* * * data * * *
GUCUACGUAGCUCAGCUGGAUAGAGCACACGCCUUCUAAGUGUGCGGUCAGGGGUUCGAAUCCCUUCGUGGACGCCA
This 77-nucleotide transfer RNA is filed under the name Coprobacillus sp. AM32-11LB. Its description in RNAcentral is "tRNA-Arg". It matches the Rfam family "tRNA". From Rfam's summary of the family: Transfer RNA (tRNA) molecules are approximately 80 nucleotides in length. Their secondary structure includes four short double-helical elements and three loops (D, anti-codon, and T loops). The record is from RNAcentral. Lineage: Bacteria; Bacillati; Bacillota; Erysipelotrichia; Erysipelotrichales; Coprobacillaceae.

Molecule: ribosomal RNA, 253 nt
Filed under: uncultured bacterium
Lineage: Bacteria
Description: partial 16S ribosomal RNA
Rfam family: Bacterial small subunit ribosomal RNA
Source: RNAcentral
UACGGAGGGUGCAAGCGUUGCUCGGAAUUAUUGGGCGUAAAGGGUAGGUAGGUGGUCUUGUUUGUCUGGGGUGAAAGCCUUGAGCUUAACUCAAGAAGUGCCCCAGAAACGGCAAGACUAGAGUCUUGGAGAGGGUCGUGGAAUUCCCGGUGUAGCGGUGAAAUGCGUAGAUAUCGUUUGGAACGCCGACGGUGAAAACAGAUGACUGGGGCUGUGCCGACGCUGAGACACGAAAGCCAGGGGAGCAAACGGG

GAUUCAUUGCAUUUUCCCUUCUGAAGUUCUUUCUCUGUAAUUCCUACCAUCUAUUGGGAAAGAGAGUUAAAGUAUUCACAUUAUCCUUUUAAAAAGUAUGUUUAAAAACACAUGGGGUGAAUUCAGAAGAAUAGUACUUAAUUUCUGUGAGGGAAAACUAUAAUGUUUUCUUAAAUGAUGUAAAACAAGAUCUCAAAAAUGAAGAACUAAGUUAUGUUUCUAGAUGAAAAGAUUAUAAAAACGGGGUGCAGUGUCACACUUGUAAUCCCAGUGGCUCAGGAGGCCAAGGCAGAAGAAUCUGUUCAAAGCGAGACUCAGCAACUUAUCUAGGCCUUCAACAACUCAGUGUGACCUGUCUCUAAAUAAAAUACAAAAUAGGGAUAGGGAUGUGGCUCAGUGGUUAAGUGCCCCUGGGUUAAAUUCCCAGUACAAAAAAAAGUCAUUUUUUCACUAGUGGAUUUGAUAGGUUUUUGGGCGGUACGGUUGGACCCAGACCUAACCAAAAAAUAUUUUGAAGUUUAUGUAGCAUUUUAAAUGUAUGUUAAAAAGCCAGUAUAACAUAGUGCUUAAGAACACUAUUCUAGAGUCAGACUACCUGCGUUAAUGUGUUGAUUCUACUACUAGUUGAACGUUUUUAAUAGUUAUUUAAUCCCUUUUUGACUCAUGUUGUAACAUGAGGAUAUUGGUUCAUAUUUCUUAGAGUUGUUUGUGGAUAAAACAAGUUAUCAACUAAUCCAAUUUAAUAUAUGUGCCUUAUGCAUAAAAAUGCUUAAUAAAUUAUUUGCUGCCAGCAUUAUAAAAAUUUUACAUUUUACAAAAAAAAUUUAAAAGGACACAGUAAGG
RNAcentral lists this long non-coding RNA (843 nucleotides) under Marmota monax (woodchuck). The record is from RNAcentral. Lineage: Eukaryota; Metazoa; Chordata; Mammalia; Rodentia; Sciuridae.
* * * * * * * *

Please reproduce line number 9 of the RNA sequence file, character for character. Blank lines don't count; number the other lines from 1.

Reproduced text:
UACGGAGGGUGCAAGCGUUGCUCGGAAUUAUUGGGCGUAAAGGGUAGGUAGGUGGUCUUGUUUGUCUGGGGUGAAAGCCUUGAGCUUAACUCAAGAAGUGCCCCAGAAACGGCAAGACUAGAGUCUUGGAGAGGGUCGUGGAAUUCCCGGUGUAGCGGUGAAAUGCGUAGAUAUCGUUUGGAACGCCGACGGUGAAAACAGAUGACUGGGGCUGUGCCGACGCUGAGACACGAAAGCCAGGGGAGCAAACGGG